July 22, 2024

Newport Could See Large Property Tax Increase

Residents and businesses in Newport could see the highest increase in property taxes allowed under state law when the city finalizes its fiscal year 2025 budget in June.

The reasoning? Upcoming and ongoing capital improvement projects with high price tags in the areas of education, infrastructure, stormwater mitigation, recreation and more.

At a recent City Council workshop, councilor Mark Aramli said he is a “pro-tourist person,” but the city needs to find sources of revenue, primarily from its roughly one million annual visitors, to cover the costs of future expenses.

“I think the city is broke,” he said. “I don’t see the revenues that are coming into the city aligning well with the very large expenses that we know we have coming. It’s clear to me that if we don’t find this revenue from our visitors, there’s a big tax increase coming for our residents, because we can’t afford to pay for the things we have coming.”

Under the city’s $110 million fiscal year 2024 operating budget, residents pay taxes of $9.92 per every $1,000 of a property’s assessed value annually. Non-residents, those determined by the city to not be occupying their property for a majority of the year, pay $10.93 per every $1,000 of assessed value.

The city made the distinction during the last budget cycle in an effort to provide relief for yearround residents and prevent largescale tax increases. The increased burden on non-owner-occupied properties is intended to offset the savings enjoyed by full-time residents and the mechanism acts as a protection.

Meanwhile, commercial properties pay $14.88 per every $1,000 of assessed value, the highest disparity between residential and commercial property tax rates (50 percent) allowed by state law.

State law also dictates that a municipality cannot increase its annual tax levy, the total dollar amount resulting from property taxes, by more than 4 percent year over year, though a municipality can petition the Rhode Island General Assembly for exemption from the law.

City spokesperson Tom Shevlin said it was too early to speculate about potential rate increases until the City Council hosts a meeting on the capital improvement plan (CIP) and the city completes its statistical property re-valuation cycle, which is currently ongoing. Due to the market, real estate values are expected to increase this year.

The meeting is scheduled for the end of January and will contain discussion about many of the anticipated projects and costs.

“What the city’s done in the past when property values have increased is we’ve actually lowered the tax rates so people don’t have to pay out of pocket and avoid that sticker shock,” Shevlin said. “I suspect that could happen again, but we can’t speculate about what the rates could be just yet.”

The council spent much of the nearly two-hour workshop brainstorming ways to increase revenue, ideas that will likely require state approval and include taxing shortterm rentals in mixed-use zones at a commercial rate, lobbying for increased state aid for public school infrastructure projects, supporting modifications to the state school funding formula, increasing the city’s per passenger docking and disembarking fees for cruise ships and establishing an “amusements and event tax” for annual events like the Newport Folk Festival and the International Boat Show.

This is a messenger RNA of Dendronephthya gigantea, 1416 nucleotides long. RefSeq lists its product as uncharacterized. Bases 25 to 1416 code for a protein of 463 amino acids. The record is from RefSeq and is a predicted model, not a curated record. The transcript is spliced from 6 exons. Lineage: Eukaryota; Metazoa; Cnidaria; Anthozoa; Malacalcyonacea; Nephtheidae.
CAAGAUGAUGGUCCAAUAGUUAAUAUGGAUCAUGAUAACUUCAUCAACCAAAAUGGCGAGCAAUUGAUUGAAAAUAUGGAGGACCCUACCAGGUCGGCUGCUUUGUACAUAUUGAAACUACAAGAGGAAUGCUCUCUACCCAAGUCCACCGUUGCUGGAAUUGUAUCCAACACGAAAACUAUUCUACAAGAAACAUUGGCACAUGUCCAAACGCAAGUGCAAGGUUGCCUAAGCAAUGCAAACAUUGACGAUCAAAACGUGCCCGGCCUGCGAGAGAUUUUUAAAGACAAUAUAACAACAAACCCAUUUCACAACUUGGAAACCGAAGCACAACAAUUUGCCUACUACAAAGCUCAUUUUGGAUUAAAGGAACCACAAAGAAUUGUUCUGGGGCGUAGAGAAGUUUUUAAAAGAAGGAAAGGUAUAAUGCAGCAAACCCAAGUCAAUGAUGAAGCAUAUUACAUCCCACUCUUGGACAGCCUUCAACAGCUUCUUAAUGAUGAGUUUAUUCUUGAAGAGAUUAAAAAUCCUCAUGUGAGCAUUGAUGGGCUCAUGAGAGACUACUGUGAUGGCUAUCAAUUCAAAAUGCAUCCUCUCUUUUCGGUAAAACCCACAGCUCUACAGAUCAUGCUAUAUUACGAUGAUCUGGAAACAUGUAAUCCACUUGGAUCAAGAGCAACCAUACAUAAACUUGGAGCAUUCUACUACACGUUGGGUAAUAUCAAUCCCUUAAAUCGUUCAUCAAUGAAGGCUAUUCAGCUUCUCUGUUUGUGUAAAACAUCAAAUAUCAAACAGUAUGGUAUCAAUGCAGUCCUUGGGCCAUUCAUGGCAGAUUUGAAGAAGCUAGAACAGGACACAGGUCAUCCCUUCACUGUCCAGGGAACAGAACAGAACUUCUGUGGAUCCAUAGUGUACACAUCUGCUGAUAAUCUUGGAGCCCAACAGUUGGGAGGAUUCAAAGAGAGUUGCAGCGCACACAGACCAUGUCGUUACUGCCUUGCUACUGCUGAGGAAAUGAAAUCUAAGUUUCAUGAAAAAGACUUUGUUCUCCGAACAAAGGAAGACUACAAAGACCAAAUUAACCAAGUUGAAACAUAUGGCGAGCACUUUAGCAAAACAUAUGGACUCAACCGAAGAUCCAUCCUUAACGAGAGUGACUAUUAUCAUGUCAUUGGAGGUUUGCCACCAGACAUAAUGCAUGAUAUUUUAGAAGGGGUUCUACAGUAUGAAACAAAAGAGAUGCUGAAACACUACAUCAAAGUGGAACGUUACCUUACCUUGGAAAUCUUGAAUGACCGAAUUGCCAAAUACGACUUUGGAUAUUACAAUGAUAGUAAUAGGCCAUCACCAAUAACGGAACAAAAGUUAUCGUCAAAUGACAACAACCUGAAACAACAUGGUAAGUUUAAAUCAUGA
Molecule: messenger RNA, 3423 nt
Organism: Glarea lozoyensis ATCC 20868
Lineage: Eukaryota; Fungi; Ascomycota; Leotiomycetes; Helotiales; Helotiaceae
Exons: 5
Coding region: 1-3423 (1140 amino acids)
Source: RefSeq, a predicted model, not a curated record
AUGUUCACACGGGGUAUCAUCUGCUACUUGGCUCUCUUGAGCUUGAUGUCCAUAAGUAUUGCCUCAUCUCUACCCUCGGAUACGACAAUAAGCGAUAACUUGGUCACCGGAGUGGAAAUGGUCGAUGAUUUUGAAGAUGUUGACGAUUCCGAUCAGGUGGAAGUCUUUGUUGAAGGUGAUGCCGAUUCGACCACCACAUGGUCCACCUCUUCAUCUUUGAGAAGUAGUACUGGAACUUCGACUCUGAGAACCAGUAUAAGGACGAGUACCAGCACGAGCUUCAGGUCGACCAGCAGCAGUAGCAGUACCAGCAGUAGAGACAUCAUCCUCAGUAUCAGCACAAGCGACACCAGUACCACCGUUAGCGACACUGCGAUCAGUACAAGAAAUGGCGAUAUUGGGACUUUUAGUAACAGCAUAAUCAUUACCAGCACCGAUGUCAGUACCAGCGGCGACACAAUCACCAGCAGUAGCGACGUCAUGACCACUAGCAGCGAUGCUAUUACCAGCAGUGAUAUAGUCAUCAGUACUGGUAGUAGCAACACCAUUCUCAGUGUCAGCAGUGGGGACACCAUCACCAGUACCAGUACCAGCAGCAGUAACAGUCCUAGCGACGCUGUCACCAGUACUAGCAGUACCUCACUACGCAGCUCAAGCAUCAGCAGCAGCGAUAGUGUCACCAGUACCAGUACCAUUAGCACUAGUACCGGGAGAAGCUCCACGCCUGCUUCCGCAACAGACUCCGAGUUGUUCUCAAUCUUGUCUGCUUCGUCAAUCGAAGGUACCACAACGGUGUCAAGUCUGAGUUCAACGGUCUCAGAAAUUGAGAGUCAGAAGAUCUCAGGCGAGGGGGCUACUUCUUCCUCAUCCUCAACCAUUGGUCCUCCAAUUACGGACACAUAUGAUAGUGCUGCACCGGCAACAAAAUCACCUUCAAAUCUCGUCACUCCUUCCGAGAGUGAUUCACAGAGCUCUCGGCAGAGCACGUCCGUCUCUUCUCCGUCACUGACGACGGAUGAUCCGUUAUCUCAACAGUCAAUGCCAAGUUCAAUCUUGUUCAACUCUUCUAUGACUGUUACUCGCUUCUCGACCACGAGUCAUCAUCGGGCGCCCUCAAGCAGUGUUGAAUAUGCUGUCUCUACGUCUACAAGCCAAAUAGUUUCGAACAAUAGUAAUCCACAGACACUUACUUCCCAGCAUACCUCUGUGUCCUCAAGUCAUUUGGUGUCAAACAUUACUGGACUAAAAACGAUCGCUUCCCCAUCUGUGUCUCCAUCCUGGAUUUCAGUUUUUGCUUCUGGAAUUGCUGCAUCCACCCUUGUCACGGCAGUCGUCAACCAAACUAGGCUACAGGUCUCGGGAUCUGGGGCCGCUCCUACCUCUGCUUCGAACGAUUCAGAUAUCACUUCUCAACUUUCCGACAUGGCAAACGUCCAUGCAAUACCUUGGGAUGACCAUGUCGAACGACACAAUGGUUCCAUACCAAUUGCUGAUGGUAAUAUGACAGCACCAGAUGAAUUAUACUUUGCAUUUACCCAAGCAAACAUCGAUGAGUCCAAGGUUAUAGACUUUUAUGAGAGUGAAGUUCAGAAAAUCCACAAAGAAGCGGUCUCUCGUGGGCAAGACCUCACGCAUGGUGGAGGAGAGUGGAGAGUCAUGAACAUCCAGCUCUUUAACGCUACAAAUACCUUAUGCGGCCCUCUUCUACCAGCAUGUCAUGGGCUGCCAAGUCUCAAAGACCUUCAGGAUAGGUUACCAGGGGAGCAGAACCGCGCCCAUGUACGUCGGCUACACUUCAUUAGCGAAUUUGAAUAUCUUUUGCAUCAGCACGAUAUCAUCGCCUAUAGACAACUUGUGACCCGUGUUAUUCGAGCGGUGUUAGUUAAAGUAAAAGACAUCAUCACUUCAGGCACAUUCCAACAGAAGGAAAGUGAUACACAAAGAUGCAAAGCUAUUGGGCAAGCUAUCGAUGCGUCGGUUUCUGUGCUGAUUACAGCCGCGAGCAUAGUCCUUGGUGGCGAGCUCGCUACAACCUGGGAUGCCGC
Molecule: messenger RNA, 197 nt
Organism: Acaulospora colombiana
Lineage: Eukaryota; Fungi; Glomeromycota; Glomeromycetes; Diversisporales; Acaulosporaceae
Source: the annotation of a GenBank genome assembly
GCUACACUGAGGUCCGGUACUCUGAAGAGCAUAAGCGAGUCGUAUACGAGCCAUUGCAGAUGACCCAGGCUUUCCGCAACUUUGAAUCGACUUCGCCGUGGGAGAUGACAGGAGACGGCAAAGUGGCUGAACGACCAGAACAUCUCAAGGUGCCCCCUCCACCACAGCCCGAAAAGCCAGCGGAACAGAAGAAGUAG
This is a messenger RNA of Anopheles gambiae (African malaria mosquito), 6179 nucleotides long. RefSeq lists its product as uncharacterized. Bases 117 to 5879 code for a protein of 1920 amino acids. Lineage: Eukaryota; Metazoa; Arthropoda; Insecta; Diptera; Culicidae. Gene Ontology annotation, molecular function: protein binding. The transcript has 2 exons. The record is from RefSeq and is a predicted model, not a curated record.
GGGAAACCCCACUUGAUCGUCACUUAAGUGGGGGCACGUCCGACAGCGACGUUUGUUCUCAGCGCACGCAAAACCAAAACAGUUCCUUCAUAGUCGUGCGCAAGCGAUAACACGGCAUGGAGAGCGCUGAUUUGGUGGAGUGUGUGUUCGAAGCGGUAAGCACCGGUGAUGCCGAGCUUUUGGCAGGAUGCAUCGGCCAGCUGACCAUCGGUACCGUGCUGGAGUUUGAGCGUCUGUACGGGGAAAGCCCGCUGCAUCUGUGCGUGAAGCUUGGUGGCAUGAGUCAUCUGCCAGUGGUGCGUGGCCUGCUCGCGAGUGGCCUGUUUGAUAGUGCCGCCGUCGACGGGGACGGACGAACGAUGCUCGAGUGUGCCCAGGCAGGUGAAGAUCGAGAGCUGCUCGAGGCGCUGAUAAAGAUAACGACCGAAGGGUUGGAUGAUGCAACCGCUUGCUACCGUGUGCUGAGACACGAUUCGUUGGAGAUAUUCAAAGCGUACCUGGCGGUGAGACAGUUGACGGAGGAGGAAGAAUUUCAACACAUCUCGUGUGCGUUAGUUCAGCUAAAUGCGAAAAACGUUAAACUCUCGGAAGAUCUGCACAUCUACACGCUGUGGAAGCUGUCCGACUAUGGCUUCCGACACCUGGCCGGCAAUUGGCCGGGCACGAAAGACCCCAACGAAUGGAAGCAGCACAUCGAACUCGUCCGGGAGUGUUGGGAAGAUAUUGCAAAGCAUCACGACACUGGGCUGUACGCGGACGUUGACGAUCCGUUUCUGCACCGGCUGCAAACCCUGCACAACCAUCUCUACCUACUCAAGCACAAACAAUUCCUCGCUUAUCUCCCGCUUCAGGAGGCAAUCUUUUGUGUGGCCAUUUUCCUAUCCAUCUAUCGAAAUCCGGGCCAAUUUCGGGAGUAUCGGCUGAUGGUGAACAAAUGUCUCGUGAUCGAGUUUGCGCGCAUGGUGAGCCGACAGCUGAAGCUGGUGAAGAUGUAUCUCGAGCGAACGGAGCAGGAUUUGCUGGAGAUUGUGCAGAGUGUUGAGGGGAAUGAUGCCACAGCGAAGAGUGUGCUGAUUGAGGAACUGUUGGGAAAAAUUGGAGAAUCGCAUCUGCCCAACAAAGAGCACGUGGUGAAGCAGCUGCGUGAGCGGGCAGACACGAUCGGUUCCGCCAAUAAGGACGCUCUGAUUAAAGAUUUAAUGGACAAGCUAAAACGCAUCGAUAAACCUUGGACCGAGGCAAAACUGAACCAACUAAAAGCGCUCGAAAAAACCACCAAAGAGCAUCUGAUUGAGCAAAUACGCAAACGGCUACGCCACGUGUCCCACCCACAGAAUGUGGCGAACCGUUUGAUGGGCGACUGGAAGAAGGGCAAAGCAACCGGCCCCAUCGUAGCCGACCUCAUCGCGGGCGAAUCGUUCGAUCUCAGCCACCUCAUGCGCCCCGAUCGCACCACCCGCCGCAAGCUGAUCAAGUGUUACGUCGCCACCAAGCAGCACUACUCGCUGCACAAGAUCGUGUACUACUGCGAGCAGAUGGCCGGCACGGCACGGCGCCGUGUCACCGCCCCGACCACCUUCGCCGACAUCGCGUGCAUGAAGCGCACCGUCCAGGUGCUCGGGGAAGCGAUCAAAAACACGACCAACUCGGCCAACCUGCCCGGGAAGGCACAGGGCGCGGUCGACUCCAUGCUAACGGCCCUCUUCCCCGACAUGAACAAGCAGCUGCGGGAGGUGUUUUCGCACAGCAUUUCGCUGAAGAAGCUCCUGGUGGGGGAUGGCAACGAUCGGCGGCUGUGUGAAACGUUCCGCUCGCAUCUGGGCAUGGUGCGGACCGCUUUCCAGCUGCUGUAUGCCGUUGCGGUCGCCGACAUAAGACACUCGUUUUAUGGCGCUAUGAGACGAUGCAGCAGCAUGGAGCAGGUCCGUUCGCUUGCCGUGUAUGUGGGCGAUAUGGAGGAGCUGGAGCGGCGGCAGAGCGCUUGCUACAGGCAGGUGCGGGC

Anticipated high-cost expenses that are already impacting or likely to impact the city in the next year or two include estimates such as $350 million for water system infrastructure improvements; $35 to $40 million for repairs to Bellevue Avenue; $40 million for the relocation of the city yard; $35 million for the overhaul of Easton’s Beach and its facilities for resiliency; between $6 and $30 million to close the deficit on the overbudget new Rogers High School project; $16 million for harbor improvement projects; and $10 million for “design build services to reconstruct or remove” the Van Zandt Bridge.

Meanwhile, a 20- to 25-foot portion of the Cliff Walk, the city’s largest tourist draw, remains closed to the public after collapsing in 2022. The yet-to-be-determined cost of repairs or remediation is large and will require federal and state support.

“There is a concept of the council trying to find ways to fund infrastructure that doesn’t put a direct burden on our residents,” said Mayor Xay Khamsyvoravong. “We’ve got to find the funding to do that. When you look at the scale of [repairs] and other challenges that we need to fund within the city, when you look at the reality that a lot of these large, tourist drawing properties, whether they’re owned by the state or nonprofits, are not paying property taxes, we have to find some way to pay for this. I think this concept merits a conversation about how we’re going to go about starting to cover some of those costs.”

Smaller-ticket items are projected as $3 million by fiscal year 2027 for water reservoir repairs; $1.5 million for drainage improvements in 2026; $2.5 million to address combined sewer outflows; $660,000 to replace a fire engine; $520,000 for the replacement of hoses and other equipment at the Fire Department; and $500,000 to replace 10 marked patrol vehicles at the Police Department.

Along with considering rate hikes and methods to increase revenue, the city is simultaneously seeking alternate means of funding the above work with strategies such as procuring state and federal funding, grants, loans from the Rhode Island Infrastructure Bank, bonds, changing policy at the state level, and even grassroots efforts like fundraising.

Some projects, such as the beach overhaul, relocation of the city yard and planned work to the Van Zandt Bridge, among others, may require bonding and approval from the voters.

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